Upon first testing the Everfree Grayish tactile switches out, they read to me as a medium-heavy tactile switch with a wide tactile bump that starts towards the very top end of the downstroke and smoothly fades to an abrupt point at a stunted bottoming out. These switches might have the tiniest bit of linear pretravel to them, though admittedly I both don’t see it in the force curves and think that it is likely something that I’m just imagining in my head as I’m typing away at them on my tester. There really doesn’t feel like there is much, if any, of a post-bump linear region to the switch, which is in large part due to the lengthened stem pole cutting this section short and ending the downstroke at around 3.20 mm of total stem travel. In similar fashion to how I’ve done with other tactile switches in the past, I then went on to try and find a comparative switch to loosely toss in here for those of you who don’t make it all the way to the comparison section below. However, I could swear up and down that I’ve tried these tactiles before. Something about their bump, bottoming out, and overall feeling just echoed through my mind, leaving me continually searching for an apt comparison. That is, until I found one:

Figure 14: Comparative force curve diagram between Everfree Grayish Tactile and Gateron Root Beer Float switches.



The sound of the Everfree Grayish tactiles, as subtle as it is, is largely driven by the scratch sound that permeates throughout the strokes of nearly every switch in the batch. Surprisingly, neither the polycarbonate top housing nor lengthened stem pole do much to impact the sound profiles of these switches around this scratch as well. Instead, all these two features do is act to add a barely pointed thud to an otherwise quiet overall tone. Unfortunately, both in terms of direct impact as well as due to its similarity to Gateron Root Beer Floats, the Grayish tactile switches also have a decent number of switches which have a pinging sound to them. Given the rounded, snappy nature of this metallic tone, I’m almost certain it is related to the interface between the stem legs and the leaves rather than a function of the spring in the switches. Thankfully, there is some differentiation between the Grayish tactiles and Gateron Root Beer Floats, here, as the nylon bottom housings of the Grayish switches lend to bottom outs which are more firm, muted, and less sharp sounding than the comparatively higher pitched, thinner sounding bottom outs onto the Ink thermoplastic bottom housings used in the Root Beer Floats.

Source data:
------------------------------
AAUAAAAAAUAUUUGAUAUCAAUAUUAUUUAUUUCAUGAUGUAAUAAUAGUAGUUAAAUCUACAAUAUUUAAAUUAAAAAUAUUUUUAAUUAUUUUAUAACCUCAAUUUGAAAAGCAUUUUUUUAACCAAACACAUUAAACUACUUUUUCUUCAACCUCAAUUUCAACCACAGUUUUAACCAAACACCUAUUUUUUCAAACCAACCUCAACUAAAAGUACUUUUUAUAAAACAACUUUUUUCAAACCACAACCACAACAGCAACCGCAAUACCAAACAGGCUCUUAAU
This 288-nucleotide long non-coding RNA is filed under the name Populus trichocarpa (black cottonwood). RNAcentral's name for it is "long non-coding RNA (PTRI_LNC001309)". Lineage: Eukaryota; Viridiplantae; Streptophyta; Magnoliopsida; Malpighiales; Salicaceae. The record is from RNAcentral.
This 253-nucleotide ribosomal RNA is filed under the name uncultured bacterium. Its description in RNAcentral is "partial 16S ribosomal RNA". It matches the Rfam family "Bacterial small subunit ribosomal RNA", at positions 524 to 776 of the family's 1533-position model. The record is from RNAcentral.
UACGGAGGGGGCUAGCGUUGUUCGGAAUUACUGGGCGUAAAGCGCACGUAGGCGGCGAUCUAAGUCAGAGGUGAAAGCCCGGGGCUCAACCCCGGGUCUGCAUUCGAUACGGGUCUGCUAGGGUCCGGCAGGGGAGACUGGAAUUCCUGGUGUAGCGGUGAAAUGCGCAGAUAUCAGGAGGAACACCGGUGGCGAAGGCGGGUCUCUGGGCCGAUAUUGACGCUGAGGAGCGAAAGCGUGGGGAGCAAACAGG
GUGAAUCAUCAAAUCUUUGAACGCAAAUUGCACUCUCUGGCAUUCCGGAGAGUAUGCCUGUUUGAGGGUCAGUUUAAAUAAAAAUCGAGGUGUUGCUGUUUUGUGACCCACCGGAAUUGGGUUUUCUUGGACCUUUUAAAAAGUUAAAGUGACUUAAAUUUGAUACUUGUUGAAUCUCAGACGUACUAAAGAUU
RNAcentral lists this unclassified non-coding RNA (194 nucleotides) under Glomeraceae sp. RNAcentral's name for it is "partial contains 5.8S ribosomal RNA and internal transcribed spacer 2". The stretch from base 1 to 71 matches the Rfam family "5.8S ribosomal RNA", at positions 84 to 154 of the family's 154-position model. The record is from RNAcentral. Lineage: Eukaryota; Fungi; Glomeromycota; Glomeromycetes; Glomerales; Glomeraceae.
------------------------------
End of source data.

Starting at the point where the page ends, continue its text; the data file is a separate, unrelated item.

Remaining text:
There is a noticeable but not likely super problematic amount of N/S and E/W direction stem wobble in the Everfree Grayish tactile switches. This stem wobble is equal in magnitude in these directions and doesn’t appear to vary across the batch that I received nearly as much as the scratch feeling and sound. While certainly more noticeable than in most other Gateron switches to date, this amount of wobble is quite good compared to other switches within this price range. 

Older Post
Newer Post
Back to top

Added to cart